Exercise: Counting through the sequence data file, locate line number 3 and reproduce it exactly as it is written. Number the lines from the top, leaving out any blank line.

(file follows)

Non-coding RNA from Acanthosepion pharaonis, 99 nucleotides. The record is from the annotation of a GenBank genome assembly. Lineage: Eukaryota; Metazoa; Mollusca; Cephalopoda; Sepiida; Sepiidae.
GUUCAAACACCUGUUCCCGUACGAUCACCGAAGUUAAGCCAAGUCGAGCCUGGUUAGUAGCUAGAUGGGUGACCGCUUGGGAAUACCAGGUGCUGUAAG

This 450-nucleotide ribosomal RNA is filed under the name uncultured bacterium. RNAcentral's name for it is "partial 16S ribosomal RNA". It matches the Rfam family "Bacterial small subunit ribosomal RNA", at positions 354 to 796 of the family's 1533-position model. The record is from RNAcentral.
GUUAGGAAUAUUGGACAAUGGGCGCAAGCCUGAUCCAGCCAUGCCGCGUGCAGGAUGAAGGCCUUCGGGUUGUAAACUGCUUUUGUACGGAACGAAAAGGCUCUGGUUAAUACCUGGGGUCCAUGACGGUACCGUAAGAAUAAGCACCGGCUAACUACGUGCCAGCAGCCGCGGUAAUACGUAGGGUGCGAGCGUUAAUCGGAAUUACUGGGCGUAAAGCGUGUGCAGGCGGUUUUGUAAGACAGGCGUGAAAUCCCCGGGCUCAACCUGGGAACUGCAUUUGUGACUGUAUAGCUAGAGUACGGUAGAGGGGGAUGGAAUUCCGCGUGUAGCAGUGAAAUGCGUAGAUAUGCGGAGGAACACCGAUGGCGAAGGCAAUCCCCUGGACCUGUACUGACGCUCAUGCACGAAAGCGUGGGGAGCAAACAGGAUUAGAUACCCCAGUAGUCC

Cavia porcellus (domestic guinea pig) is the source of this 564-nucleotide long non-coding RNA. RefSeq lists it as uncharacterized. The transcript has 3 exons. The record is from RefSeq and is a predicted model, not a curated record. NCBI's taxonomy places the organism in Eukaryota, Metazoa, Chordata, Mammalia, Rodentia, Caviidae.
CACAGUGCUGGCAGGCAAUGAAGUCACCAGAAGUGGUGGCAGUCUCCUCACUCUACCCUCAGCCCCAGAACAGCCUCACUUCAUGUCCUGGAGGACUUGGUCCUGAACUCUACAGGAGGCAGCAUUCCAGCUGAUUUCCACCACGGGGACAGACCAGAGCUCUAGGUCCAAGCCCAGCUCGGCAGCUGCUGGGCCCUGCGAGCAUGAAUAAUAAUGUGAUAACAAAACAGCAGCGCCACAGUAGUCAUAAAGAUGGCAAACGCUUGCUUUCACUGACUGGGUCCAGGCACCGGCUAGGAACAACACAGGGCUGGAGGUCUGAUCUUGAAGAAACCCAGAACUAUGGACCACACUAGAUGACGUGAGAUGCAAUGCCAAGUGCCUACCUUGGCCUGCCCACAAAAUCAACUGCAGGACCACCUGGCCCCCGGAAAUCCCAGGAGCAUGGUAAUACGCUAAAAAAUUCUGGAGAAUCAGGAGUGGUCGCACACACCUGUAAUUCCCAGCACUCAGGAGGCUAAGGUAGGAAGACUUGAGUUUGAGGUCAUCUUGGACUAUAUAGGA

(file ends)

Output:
This 450-nucleotide ribosomal RNA is filed under the name uncultured bacterium. RNAcentral's name for it is "partial 16S ribosomal RNA". It matches the Rfam family "Bacterial small subunit ribosomal RNA", at positions 354 to 796 of the family's 1533-position model. The record is from RNAcentral.